The adaptor module was an externally skinned, stringer framed structure, with magnesium stringers and an aluminum alloy frame. The adaptor was composed of two parts, an equipment section at the base and a retrorocket section at the top. The equipment section held fuel and propulsion systems and was isolated from the retrorocket section by a fiber-glass sandwich honeycomb blast shield. The retrorocket section held the re-entry rockets for the capsule.

The reentry module consisted mainly of the pressurized cabin which held the two Gemini astronauts. Separating the reentry module from the retrorocket section of the adaptor at its base was a curved silicone elastomer ablative heat shield. The module was composed predominantly of titanium and nickle-alloy with beryllium shingles. At the narrow top of the module was the cylindrical reentry control system section and above this the rendezvous and recovery section which holds the reentry parachutes. The cabin held two seats equipped with emergency ejection devices, instrument panels, life support equipment, and equipment stowage compartments in a total pressurized volume of about 2.25 cubic meters. Two large hatches with small windows could be opened outward, one positioned above each seat.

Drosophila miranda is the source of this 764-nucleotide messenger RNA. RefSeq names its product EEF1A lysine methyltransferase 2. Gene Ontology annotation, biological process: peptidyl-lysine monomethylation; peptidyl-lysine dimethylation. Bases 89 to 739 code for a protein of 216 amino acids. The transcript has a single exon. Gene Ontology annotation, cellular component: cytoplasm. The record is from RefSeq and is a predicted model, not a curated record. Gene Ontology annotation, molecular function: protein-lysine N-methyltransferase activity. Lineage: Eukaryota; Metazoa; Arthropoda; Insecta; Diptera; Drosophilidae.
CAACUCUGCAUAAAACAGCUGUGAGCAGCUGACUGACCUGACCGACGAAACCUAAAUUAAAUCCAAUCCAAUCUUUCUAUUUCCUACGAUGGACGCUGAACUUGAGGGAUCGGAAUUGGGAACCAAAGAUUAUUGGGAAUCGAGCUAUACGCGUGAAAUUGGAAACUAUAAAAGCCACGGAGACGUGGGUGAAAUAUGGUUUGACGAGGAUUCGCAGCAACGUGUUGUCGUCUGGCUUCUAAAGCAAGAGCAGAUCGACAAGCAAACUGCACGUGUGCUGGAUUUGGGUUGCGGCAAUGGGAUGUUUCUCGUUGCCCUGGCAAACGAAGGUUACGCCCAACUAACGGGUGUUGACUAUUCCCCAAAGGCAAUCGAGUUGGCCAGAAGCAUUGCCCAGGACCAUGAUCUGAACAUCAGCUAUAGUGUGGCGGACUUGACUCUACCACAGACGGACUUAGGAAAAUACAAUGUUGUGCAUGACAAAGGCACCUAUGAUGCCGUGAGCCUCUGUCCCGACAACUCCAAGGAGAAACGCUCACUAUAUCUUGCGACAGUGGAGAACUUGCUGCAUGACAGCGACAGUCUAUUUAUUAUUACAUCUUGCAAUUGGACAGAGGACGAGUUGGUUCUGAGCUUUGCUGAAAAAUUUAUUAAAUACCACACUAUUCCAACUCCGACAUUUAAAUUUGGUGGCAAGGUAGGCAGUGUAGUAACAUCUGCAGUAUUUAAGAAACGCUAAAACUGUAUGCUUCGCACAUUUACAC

Control, Propulsion, and Power

Attitude control was effected by two translation-maneuver hand controllers, an attitude controller, redundant horizon sensor sytems, and reentry control electronics, with guidance provided via an inertial measuring unit and radar system. The orbital attitude and maneuver system used a hypergolic propellant combination of monomethylhydrazine and nitrogen tetroxide supplied to the engines by a helium system pressurized at 2800 psi. Two 95 lb translation thrusters and eight 23 lb attitude thrusters were mounted along the bottom rim of the adaptor, and two 79 lb and 4 95 lb thrusters were mounted at the front of the adaptor. Power was supplied by a fuel cell power system to a 22- to 30-volt DC two-wire system. During reentry and post-landing power was supplied by four 45 amp-hr silver-zinc batteries.

Communications